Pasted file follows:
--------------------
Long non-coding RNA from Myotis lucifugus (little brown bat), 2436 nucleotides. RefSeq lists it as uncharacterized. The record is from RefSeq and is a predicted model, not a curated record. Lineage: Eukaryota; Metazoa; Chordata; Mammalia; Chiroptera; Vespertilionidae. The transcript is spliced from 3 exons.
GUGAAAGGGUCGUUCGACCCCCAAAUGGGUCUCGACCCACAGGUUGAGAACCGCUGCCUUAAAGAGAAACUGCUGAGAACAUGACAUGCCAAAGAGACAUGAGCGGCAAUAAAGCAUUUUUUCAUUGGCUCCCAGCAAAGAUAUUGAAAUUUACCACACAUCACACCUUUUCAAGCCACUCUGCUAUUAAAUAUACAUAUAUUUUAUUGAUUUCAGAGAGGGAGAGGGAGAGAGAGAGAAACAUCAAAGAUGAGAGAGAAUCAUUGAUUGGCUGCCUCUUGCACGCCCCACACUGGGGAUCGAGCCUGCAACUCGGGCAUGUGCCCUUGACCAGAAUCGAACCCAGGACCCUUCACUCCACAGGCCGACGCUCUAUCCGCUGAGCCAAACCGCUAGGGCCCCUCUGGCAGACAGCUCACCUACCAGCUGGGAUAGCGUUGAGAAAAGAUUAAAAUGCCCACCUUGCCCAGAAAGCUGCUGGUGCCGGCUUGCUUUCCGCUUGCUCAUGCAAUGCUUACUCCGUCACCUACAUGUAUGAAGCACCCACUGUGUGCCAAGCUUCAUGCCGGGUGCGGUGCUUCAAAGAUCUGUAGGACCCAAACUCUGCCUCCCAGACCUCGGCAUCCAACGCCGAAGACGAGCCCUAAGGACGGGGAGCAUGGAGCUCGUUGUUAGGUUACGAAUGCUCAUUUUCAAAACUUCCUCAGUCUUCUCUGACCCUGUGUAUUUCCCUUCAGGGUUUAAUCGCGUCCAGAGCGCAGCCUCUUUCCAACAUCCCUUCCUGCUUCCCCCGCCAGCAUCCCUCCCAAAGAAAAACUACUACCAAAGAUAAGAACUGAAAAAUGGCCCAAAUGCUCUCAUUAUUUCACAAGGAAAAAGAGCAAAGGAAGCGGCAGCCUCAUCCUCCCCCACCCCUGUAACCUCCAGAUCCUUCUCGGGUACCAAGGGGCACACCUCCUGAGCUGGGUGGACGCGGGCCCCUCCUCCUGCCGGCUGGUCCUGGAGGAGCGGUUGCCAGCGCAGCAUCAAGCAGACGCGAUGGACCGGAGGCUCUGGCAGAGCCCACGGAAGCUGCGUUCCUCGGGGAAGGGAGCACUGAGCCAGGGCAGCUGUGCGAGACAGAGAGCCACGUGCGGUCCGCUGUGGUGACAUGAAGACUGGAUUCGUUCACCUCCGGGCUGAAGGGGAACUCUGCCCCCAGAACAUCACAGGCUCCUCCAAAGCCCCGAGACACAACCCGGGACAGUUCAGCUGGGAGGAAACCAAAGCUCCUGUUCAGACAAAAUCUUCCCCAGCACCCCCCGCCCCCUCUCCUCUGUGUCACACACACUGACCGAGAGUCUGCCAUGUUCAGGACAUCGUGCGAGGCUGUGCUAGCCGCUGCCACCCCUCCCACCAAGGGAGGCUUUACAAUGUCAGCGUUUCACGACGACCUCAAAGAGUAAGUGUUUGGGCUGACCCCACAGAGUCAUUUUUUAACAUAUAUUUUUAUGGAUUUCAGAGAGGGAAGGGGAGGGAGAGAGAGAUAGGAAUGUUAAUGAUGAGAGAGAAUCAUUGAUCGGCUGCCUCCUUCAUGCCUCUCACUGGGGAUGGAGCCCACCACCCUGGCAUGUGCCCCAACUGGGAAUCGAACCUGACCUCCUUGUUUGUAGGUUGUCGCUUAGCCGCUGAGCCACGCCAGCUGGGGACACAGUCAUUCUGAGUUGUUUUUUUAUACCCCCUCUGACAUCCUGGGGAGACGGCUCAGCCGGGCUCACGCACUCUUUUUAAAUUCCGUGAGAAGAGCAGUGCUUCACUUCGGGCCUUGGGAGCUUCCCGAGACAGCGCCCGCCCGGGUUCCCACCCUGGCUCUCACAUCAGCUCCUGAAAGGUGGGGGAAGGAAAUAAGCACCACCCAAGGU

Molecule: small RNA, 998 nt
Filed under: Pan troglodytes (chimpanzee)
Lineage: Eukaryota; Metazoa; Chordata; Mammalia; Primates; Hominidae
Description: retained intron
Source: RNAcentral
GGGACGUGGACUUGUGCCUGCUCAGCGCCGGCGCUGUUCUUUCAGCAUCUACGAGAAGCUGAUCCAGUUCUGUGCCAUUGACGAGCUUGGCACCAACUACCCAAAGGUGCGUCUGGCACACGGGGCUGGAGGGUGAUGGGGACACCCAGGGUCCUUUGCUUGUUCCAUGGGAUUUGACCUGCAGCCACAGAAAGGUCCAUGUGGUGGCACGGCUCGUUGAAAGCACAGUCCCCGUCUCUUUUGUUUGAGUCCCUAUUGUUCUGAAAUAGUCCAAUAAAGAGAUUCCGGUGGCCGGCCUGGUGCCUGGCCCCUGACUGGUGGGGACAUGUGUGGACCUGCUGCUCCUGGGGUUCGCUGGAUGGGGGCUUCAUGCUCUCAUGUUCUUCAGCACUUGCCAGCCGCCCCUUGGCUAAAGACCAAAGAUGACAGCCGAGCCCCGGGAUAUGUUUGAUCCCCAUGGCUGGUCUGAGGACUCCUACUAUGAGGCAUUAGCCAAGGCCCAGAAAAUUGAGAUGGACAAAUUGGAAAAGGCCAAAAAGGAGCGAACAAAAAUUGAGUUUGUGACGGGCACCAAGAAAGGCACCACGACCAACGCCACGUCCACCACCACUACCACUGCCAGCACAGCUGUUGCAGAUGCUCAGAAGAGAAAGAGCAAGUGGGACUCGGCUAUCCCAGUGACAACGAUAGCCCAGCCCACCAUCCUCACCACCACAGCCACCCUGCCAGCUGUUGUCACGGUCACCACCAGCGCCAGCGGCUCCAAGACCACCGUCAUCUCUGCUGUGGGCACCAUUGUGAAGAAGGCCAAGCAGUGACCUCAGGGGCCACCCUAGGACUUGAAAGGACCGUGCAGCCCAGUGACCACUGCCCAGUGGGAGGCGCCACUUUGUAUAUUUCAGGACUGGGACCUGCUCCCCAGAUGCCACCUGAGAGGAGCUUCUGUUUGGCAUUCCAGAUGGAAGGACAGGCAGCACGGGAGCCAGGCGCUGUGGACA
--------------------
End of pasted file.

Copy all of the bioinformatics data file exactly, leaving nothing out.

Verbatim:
Long non-coding RNA from Myotis lucifugus (little brown bat), 2436 nucleotides. RefSeq lists it as uncharacterized. The record is from RefSeq and is a predicted model, not a curated record. Lineage: Eukaryota; Metazoa; Chordata; Mammalia; Chiroptera; Vespertilionidae. The transcript is spliced from 3 exons.
GUGAAAGGGUCGUUCGACCCCCAAAUGGGUCUCGACCCACAGGUUGAGAACCGCUGCCUUAAAGAGAAACUGCUGAGAACAUGACAUGCCAAAGAGACAUGAGCGGCAAUAAAGCAUUUUUUCAUUGGCUCCCAGCAAAGAUAUUGAAAUUUACCACACAUCACACCUUUUCAAGCCACUCUGCUAUUAAAUAUACAUAUAUUUUAUUGAUUUCAGAGAGGGAGAGGGAGAGAGAGAGAAACAUCAAAGAUGAGAGAGAAUCAUUGAUUGGCUGCCUCUUGCACGCCCCACACUGGGGAUCGAGCCUGCAACUCGGGCAUGUGCCCUUGACCAGAAUCGAACCCAGGACCCUUCACUCCACAGGCCGACGCUCUAUCCGCUGAGCCAAACCGCUAGGGCCCCUCUGGCAGACAGCUCACCUACCAGCUGGGAUAGCGUUGAGAAAAGAUUAAAAUGCCCACCUUGCCCAGAAAGCUGCUGGUGCCGGCUUGCUUUCCGCUUGCUCAUGCAAUGCUUACUCCGUCACCUACAUGUAUGAAGCACCCACUGUGUGCCAAGCUUCAUGCCGGGUGCGGUGCUUCAAAGAUCUGUAGGACCCAAACUCUGCCUCCCAGACCUCGGCAUCCAACGCCGAAGACGAGCCCUAAGGACGGGGAGCAUGGAGCUCGUUGUUAGGUUACGAAUGCUCAUUUUCAAAACUUCCUCAGUCUUCUCUGACCCUGUGUAUUUCCCUUCAGGGUUUAAUCGCGUCCAGAGCGCAGCCUCUUUCCAACAUCCCUUCCUGCUUCCCCCGCCAGCAUCCCUCCCAAAGAAAAACUACUACCAAAGAUAAGAACUGAAAAAUGGCCCAAAUGCUCUCAUUAUUUCACAAGGAAAAAGAGCAAAGGAAGCGGCAGCCUCAUCCUCCCCCACCCCUGUAACCUCCAGAUCCUUCUCGGGUACCAAGGGGCACACCUCCUGAGCUGGGUGGACGCGGGCCCCUCCUCCUGCCGGCUGGUCCUGGAGGAGCGGUUGCCAGCGCAGCAUCAAGCAGACGCGAUGGACCGGAGGCUCUGGCAGAGCCCACGGAAGCUGCGUUCCUCGGGGAAGGGAGCACUGAGCCAGGGCAGCUGUGCGAGACAGAGAGCCACGUGCGGUCCGCUGUGGUGACAUGAAGACUGGAUUCGUUCACCUCCGGGCUGAAGGGGAACUCUGCCCCCAGAACAUCACAGGCUCCUCCAAAGCCCCGAGACACAACCCGGGACAGUUCAGCUGGGAGGAAACCAAAGCUCCUGUUCAGACAAAAUCUUCCCCAGCACCCCCCGCCCCCUCUCCUCUGUGUCACACACACUGACCGAGAGUCUGCCAUGUUCAGGACAUCGUGCGAGGCUGUGCUAGCCGCUGCCACCCCUCCCACCAAGGGAGGCUUUACAAUGUCAGCGUUUCACGACGACCUCAAAGAGUAAGUGUUUGGGCUGACCCCACAGAGUCAUUUUUUAACAUAUAUUUUUAUGGAUUUCAGAGAGGGAAGGGGAGGGAGAGAGAGAUAGGAAUGUUAAUGAUGAGAGAGAAUCAUUGAUCGGCUGCCUCCUUCAUGCCUCUCACUGGGGAUGGAGCCCACCACCCUGGCAUGUGCCCCAACUGGGAAUCGAACCUGACCUCCUUGUUUGUAGGUUGUCGCUUAGCCGCUGAGCCACGCCAGCUGGGGACACAGUCAUUCUGAGUUGUUUUUUUAUACCCCCUCUGACAUCCUGGGGAGACGGCUCAGCCGGGCUCACGCACUCUUUUUAAAUUCCGUGAGAAGAGCAGUGCUUCACUUCGGGCCUUGGGAGCUUCCCGAGACAGCGCCCGCCCGGGUUCCCACCCUGGCUCUCACAUCAGCUCCUGAAAGGUGGGGGAAGGAAAUAAGCACCACCCAAGGU

Molecule: small RNA, 998 nt
Filed under: Pan troglodytes (chimpanzee)
Lineage: Eukaryota; Metazoa; Chordata; Mammalia; Primates; Hominidae
Description: retained intron
Source: RNAcentral
GGGACGUGGACUUGUGCCUGCUCAGCGCCGGCGCUGUUCUUUCAGCAUCUACGAGAAGCUGAUCCAGUUCUGUGCCAUUGACGAGCUUGGCACCAACUACCCAAAGGUGCGUCUGGCACACGGGGCUGGAGGGUGAUGGGGACACCCAGGGUCCUUUGCUUGUUCCAUGGGAUUUGACCUGCAGCCACAGAAAGGUCCAUGUGGUGGCACGGCUCGUUGAAAGCACAGUCCCCGUCUCUUUUGUUUGAGUCCCUAUUGUUCUGAAAUAGUCCAAUAAAGAGAUUCCGGUGGCCGGCCUGGUGCCUGGCCCCUGACUGGUGGGGACAUGUGUGGACCUGCUGCUCCUGGGGUUCGCUGGAUGGGGGCUUCAUGCUCUCAUGUUCUUCAGCACUUGCCAGCCGCCCCUUGGCUAAAGACCAAAGAUGACAGCCGAGCCCCGGGAUAUGUUUGAUCCCCAUGGCUGGUCUGAGGACUCCUACUAUGAGGCAUUAGCCAAGGCCCAGAAAAUUGAGAUGGACAAAUUGGAAAAGGCCAAAAAGGAGCGAACAAAAAUUGAGUUUGUGACGGGCACCAAGAAAGGCACCACGACCAACGCCACGUCCACCACCACUACCACUGCCAGCACAGCUGUUGCAGAUGCUCAGAAGAGAAAGAGCAAGUGGGACUCGGCUAUCCCAGUGACAACGAUAGCCCAGCCCACCAUCCUCACCACCACAGCCACCCUGCCAGCUGUUGUCACGGUCACCACCAGCGCCAGCGGCUCCAAGACCACCGUCAUCUCUGCUGUGGGCACCAUUGUGAAGAAGGCCAAGCAGUGACCUCAGGGGCCACCCUAGGACUUGAAAGGACCGUGCAGCCCAGUGACCACUGCCCAGUGGGAGGCGCCACUUUGUAUAUUUCAGGACUGGGACCUGCUCCCCAGAUGCCACCUGAGAGGAGCUUCUGUUUGGCAUUCCAGAUGGAAGGACAGGCAGCACGGGAGCCAGGCGCUGUGGACA